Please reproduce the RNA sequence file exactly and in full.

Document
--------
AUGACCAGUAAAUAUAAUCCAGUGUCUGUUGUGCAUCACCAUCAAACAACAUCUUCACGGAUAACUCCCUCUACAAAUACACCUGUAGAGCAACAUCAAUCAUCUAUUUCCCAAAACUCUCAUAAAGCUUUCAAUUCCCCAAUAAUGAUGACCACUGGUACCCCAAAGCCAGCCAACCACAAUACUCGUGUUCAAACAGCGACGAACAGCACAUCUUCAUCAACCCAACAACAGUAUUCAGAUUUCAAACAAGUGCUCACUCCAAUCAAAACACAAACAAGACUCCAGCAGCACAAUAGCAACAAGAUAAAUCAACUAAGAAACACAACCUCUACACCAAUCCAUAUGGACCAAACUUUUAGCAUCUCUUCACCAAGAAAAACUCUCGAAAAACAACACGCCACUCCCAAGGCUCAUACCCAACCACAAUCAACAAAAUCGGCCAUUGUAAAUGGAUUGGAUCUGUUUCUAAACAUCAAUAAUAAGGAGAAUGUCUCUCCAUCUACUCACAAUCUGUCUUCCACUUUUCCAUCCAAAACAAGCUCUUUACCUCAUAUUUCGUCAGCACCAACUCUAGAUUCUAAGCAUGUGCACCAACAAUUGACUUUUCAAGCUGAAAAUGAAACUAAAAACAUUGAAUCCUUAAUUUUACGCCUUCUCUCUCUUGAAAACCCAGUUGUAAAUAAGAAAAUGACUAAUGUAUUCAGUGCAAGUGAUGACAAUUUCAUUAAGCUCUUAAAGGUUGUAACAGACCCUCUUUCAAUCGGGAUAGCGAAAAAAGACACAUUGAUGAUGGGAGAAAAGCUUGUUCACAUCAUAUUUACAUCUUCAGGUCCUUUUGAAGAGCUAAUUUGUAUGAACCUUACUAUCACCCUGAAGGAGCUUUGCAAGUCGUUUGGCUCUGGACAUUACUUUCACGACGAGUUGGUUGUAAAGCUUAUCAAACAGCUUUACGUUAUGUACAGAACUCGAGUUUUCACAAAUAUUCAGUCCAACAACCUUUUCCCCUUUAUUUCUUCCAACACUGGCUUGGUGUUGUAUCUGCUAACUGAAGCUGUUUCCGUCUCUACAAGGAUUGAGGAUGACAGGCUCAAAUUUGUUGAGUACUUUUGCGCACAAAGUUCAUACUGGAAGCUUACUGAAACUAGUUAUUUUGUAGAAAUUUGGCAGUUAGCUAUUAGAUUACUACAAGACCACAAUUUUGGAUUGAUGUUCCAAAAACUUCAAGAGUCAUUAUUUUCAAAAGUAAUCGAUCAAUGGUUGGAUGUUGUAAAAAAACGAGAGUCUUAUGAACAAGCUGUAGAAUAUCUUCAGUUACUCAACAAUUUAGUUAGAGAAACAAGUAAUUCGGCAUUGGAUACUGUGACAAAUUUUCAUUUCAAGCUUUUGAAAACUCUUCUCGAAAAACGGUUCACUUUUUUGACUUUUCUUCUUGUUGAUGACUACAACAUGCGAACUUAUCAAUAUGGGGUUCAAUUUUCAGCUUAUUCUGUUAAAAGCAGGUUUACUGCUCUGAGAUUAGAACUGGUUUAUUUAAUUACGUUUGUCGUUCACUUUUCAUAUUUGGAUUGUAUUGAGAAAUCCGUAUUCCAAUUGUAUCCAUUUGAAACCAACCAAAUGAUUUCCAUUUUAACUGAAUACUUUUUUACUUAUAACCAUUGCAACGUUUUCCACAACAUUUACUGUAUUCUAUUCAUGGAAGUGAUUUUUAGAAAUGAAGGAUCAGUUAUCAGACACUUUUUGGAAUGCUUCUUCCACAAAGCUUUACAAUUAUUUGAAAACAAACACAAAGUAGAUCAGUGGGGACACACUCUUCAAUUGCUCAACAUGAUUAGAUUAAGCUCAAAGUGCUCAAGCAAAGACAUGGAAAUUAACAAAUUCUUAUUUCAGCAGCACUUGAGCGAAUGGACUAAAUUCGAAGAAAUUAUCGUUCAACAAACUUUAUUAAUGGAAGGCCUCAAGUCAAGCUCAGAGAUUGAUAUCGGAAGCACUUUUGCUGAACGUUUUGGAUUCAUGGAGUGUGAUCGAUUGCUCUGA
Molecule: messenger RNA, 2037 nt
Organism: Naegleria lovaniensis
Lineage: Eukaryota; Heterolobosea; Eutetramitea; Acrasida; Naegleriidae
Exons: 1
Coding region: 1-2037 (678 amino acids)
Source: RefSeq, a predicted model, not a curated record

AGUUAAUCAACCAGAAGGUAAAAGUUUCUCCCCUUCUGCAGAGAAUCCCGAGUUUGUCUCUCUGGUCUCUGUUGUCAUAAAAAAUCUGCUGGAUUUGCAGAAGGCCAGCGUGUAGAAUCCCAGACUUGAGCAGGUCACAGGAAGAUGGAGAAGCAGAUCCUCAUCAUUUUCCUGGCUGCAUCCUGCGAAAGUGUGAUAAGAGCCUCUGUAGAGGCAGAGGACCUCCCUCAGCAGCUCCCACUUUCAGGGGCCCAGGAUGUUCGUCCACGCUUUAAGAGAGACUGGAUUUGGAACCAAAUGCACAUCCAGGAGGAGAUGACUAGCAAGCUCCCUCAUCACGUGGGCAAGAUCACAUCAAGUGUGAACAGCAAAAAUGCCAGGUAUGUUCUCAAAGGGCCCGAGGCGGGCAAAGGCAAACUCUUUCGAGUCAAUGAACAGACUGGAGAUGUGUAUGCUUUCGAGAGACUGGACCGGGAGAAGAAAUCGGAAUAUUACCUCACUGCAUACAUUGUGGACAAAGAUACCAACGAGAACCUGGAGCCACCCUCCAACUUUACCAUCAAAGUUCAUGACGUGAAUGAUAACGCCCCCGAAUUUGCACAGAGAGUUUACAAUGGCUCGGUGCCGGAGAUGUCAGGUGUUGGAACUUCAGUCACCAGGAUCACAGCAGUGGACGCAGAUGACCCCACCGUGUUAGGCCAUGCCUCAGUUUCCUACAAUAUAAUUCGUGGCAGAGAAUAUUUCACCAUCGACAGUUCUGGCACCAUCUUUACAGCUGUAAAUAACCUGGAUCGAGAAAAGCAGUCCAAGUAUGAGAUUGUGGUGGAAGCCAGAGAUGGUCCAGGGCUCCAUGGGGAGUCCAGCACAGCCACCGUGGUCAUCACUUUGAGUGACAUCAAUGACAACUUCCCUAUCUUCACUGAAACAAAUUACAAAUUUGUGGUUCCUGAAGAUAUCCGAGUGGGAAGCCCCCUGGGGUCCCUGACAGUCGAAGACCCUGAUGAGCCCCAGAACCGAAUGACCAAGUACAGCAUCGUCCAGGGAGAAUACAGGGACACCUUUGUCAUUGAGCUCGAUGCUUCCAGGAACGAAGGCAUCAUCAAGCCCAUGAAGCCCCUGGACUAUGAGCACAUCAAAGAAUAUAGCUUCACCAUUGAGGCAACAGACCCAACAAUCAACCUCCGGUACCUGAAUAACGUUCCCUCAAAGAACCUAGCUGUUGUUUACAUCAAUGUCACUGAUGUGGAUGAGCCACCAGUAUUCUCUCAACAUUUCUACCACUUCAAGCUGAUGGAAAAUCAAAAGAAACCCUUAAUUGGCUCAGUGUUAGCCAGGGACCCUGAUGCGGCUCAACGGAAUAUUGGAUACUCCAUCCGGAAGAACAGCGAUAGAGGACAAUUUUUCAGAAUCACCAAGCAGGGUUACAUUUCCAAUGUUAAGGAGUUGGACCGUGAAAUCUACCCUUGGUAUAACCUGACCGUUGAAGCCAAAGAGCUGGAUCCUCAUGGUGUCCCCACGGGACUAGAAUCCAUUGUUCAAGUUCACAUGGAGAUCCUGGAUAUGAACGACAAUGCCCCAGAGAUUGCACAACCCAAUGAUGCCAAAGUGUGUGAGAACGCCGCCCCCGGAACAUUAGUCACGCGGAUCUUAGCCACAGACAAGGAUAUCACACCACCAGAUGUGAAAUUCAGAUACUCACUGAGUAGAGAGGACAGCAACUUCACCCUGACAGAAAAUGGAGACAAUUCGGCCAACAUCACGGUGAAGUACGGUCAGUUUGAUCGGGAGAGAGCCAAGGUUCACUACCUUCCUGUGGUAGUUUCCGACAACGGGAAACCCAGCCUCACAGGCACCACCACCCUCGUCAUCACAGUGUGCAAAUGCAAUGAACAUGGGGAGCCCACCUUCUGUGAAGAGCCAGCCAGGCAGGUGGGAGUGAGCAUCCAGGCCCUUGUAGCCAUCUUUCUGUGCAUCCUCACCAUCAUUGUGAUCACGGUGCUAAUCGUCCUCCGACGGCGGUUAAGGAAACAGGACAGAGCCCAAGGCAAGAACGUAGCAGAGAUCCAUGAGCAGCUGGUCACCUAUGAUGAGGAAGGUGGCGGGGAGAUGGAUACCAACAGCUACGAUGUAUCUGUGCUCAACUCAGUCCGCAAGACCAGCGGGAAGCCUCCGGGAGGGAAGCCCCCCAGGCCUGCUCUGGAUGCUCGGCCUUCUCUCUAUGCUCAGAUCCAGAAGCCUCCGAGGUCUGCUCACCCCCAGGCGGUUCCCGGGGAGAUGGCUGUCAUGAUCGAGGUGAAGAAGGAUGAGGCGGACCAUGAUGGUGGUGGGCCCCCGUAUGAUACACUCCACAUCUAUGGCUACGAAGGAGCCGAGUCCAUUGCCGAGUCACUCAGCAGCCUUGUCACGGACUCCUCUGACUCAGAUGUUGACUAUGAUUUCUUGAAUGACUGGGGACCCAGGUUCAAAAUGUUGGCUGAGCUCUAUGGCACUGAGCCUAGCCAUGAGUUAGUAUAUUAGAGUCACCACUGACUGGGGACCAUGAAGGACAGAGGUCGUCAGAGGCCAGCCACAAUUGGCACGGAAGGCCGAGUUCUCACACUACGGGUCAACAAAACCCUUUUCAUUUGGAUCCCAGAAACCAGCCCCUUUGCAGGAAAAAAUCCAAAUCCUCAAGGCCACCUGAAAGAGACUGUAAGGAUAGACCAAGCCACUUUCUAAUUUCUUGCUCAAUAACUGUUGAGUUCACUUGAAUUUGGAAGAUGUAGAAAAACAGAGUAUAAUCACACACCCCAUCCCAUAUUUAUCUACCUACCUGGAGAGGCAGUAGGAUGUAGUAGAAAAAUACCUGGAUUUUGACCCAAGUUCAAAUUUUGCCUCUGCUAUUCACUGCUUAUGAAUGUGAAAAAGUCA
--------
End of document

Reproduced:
AUGACCAGUAAAUAUAAUCCAGUGUCUGUUGUGCAUCACCAUCAAACAACAUCUUCACGGAUAACUCCCUCUACAAAUACACCUGUAGAGCAACAUCAAUCAUCUAUUUCCCAAAACUCUCAUAAAGCUUUCAAUUCCCCAAUAAUGAUGACCACUGGUACCCCAAAGCCAGCCAACCACAAUACUCGUGUUCAAACAGCGACGAACAGCACAUCUUCAUCAACCCAACAACAGUAUUCAGAUUUCAAACAAGUGCUCACUCCAAUCAAAACACAAACAAGACUCCAGCAGCACAAUAGCAACAAGAUAAAUCAACUAAGAAACACAACCUCUACACCAAUCCAUAUGGACCAAACUUUUAGCAUCUCUUCACCAAGAAAAACUCUCGAAAAACAACACGCCACUCCCAAGGCUCAUACCCAACCACAAUCAACAAAAUCGGCCAUUGUAAAUGGAUUGGAUCUGUUUCUAAACAUCAAUAAUAAGGAGAAUGUCUCUCCAUCUACUCACAAUCUGUCUUCCACUUUUCCAUCCAAAACAAGCUCUUUACCUCAUAUUUCGUCAGCACCAACUCUAGAUUCUAAGCAUGUGCACCAACAAUUGACUUUUCAAGCUGAAAAUGAAACUAAAAACAUUGAAUCCUUAAUUUUACGCCUUCUCUCUCUUGAAAACCCAGUUGUAAAUAAGAAAAUGACUAAUGUAUUCAGUGCAAGUGAUGACAAUUUCAUUAAGCUCUUAAAGGUUGUAACAGACCCUCUUUCAAUCGGGAUAGCGAAAAAAGACACAUUGAUGAUGGGAGAAAAGCUUGUUCACAUCAUAUUUACAUCUUCAGGUCCUUUUGAAGAGCUAAUUUGUAUGAACCUUACUAUCACCCUGAAGGAGCUUUGCAAGUCGUUUGGCUCUGGACAUUACUUUCACGACGAGUUGGUUGUAAAGCUUAUCAAACAGCUUUACGUUAUGUACAGAACUCGAGUUUUCACAAAUAUUCAGUCCAACAACCUUUUCCCCUUUAUUUCUUCCAACACUGGCUUGGUGUUGUAUCUGCUAACUGAAGCUGUUUCCGUCUCUACAAGGAUUGAGGAUGACAGGCUCAAAUUUGUUGAGUACUUUUGCGCACAAAGUUCAUACUGGAAGCUUACUGAAACUAGUUAUUUUGUAGAAAUUUGGCAGUUAGCUAUUAGAUUACUACAAGACCACAAUUUUGGAUUGAUGUUCCAAAAACUUCAAGAGUCAUUAUUUUCAAAAGUAAUCGAUCAAUGGUUGGAUGUUGUAAAAAAACGAGAGUCUUAUGAACAAGCUGUAGAAUAUCUUCAGUUACUCAACAAUUUAGUUAGAGAAACAAGUAAUUCGGCAUUGGAUACUGUGACAAAUUUUCAUUUCAAGCUUUUGAAAACUCUUCUCGAAAAACGGUUCACUUUUUUGACUUUUCUUCUUGUUGAUGACUACAACAUGCGAACUUAUCAAUAUGGGGUUCAAUUUUCAGCUUAUUCUGUUAAAAGCAGGUUUACUGCUCUGAGAUUAGAACUGGUUUAUUUAAUUACGUUUGUCGUUCACUUUUCAUAUUUGGAUUGUAUUGAGAAAUCCGUAUUCCAAUUGUAUCCAUUUGAAACCAACCAAAUGAUUUCCAUUUUAACUGAAUACUUUUUUACUUAUAACCAUUGCAACGUUUUCCACAACAUUUACUGUAUUCUAUUCAUGGAAGUGAUUUUUAGAAAUGAAGGAUCAGUUAUCAGACACUUUUUGGAAUGCUUCUUCCACAAAGCUUUACAAUUAUUUGAAAACAAACACAAAGUAGAUCAGUGGGGACACACUCUUCAAUUGCUCAACAUGAUUAGAUUAAGCUCAAAGUGCUCAAGCAAAGACAUGGAAAUUAACAAAUUCUUAUUUCAGCAGCACUUGAGCGAAUGGACUAAAUUCGAAGAAAUUAUCGUUCAACAAACUUUAUUAAUGGAAGGCCUCAAGUCAAGCUCAGAGAUUGAUAUCGGAAGCACUUUUGCUGAACGUUUUGGAUUCAUGGAGUGUGAUCGAUUGCUCUGA
Molecule: messenger RNA, 2037 nt
Organism: Naegleria lovaniensis
Lineage: Eukaryota; Heterolobosea; Eutetramitea; Acrasida; Naegleriidae
Exons: 1
Coding region: 1-2037 (678 amino acids)
Source: RefSeq, a predicted model, not a curated record

AGUUAAUCAACCAGAAGGUAAAAGUUUCUCCCCUUCUGCAGAGAAUCCCGAGUUUGUCUCUCUGGUCUCUGUUGUCAUAAAAAAUCUGCUGGAUUUGCAGAAGGCCAGCGUGUAGAAUCCCAGACUUGAGCAGGUCACAGGAAGAUGGAGAAGCAGAUCCUCAUCAUUUUCCUGGCUGCAUCCUGCGAAAGUGUGAUAAGAGCCUCUGUAGAGGCAGAGGACCUCCCUCAGCAGCUCCCACUUUCAGGGGCCCAGGAUGUUCGUCCACGCUUUAAGAGAGACUGGAUUUGGAACCAAAUGCACAUCCAGGAGGAGAUGACUAGCAAGCUCCCUCAUCACGUGGGCAAGAUCACAUCAAGUGUGAACAGCAAAAAUGCCAGGUAUGUUCUCAAAGGGCCCGAGGCGGGCAAAGGCAAACUCUUUCGAGUCAAUGAACAGACUGGAGAUGUGUAUGCUUUCGAGAGACUGGACCGGGAGAAGAAAUCGGAAUAUUACCUCACUGCAUACAUUGUGGACAAAGAUACCAACGAGAACCUGGAGCCACCCUCCAACUUUACCAUCAAAGUUCAUGACGUGAAUGAUAACGCCCCCGAAUUUGCACAGAGAGUUUACAAUGGCUCGGUGCCGGAGAUGUCAGGUGUUGGAACUUCAGUCACCAGGAUCACAGCAGUGGACGCAGAUGACCCCACCGUGUUAGGCCAUGCCUCAGUUUCCUACAAUAUAAUUCGUGGCAGAGAAUAUUUCACCAUCGACAGUUCUGGCACCAUCUUUACAGCUGUAAAUAACCUGGAUCGAGAAAAGCAGUCCAAGUAUGAGAUUGUGGUGGAAGCCAGAGAUGGUCCAGGGCUCCAUGGGGAGUCCAGCACAGCCACCGUGGUCAUCACUUUGAGUGACAUCAAUGACAACUUCCCUAUCUUCACUGAAACAAAUUACAAAUUUGUGGUUCCUGAAGAUAUCCGAGUGGGAAGCCCCCUGGGGUCCCUGACAGUCGAAGACCCUGAUGAGCCCCAGAACCGAAUGACCAAGUACAGCAUCGUCCAGGGAGAAUACAGGGACACCUUUGUCAUUGAGCUCGAUGCUUCCAGGAACGAAGGCAUCAUCAAGCCCAUGAAGCCCCUGGACUAUGAGCACAUCAAAGAAUAUAGCUUCACCAUUGAGGCAACAGACCCAACAAUCAACCUCCGGUACCUGAAUAACGUUCCCUCAAAGAACCUAGCUGUUGUUUACAUCAAUGUCACUGAUGUGGAUGAGCCACCAGUAUUCUCUCAACAUUUCUACCACUUCAAGCUGAUGGAAAAUCAAAAGAAACCCUUAAUUGGCUCAGUGUUAGCCAGGGACCCUGAUGCGGCUCAACGGAAUAUUGGAUACUCCAUCCGGAAGAACAGCGAUAGAGGACAAUUUUUCAGAAUCACCAAGCAGGGUUACAUUUCCAAUGUUAAGGAGUUGGACCGUGAAAUCUACCCUUGGUAUAACCUGACCGUUGAAGCCAAAGAGCUGGAUCCUCAUGGUGUCCCCACGGGACUAGAAUCCAUUGUUCAAGUUCACAUGGAGAUCCUGGAUAUGAACGACAAUGCCCCAGAGAUUGCACAACCCAAUGAUGCCAAAGUGUGUGAGAACGCCGCCCCCGGAACAUUAGUCACGCGGAUCUUAGCCACAGACAAGGAUAUCACACCACCAGAUGUGAAAUUCAGAUACUCACUGAGUAGAGAGGACAGCAACUUCACCCUGACAGAAAAUGGAGACAAUUCGGCCAACAUCACGGUGAAGUACGGUCAGUUUGAUCGGGAGAGAGCCAAGGUUCACUACCUUCCUGUGGUAGUUUCCGACAACGGGAAACCCAGCCUCACAGGCACCACCACCCUCGUCAUCACAGUGUGCAAAUGCAAUGAACAUGGGGAGCCCACCUUCUGUGAAGAGCCAGCCAGGCAGGUGGGAGUGAGCAUCCAGGCCCUUGUAGCCAUCUUUCUGUGCAUCCUCACCAUCAUUGUGAUCACGGUGCUAAUCGUCCUCCGACGGCGGUUAAGGAAACAGGACAGAGCCCAAGGCAAGAACGUAGCAGAGAUCCAUGAGCAGCUGGUCACCUAUGAUGAGGAAGGUGGCGGGGAGAUGGAUACCAACAGCUACGAUGUAUCUGUGCUCAACUCAGUCCGCAAGACCAGCGGGAAGCCUCCGGGAGGGAAGCCCCCCAGGCCUGCUCUGGAUGCUCGGCCUUCUCUCUAUGCUCAGAUCCAGAAGCCUCCGAGGUCUGCUCACCCCCAGGCGGUUCCCGGGGAGAUGGCUGUCAUGAUCGAGGUGAAGAAGGAUGAGGCGGACCAUGAUGGUGGUGGGCCCCCGUAUGAUACACUCCACAUCUAUGGCUACGAAGGAGCCGAGUCCAUUGCCGAGUCACUCAGCAGCCUUGUCACGGACUCCUCUGACUCAGAUGUUGACUAUGAUUUCUUGAAUGACUGGGGACCCAGGUUCAAAAUGUUGGCUGAGCUCUAUGGCACUGAGCCUAGCCAUGAGUUAGUAUAUUAGAGUCACCACUGACUGGGGACCAUGAAGGACAGAGGUCGUCAGAGGCCAGCCACAAUUGGCACGGAAGGCCGAGUUCUCACACUACGGGUCAACAAAACCCUUUUCAUUUGGAUCCCAGAAACCAGCCCCUUUGCAGGAAAAAAUCCAAAUCCUCAAGGCCACCUGAAAGAGACUGUAAGGAUAGACCAAGCCACUUUCUAAUUUCUUGCUCAAUAACUGUUGAGUUCACUUGAAUUUGGAAGAUGUAGAAAAACAGAGUAUAAUCACACACCCCAUCCCAUAUUUAUCUACCUACCUGGAGAGGCAGUAGGAUGUAGUAGAAAAAUACCUGGAUUUUGACCCAAGUUCAAAUUUUGCCUCUGCUAUUCACUGCUUAUGAAUGUGAAAAAGUCA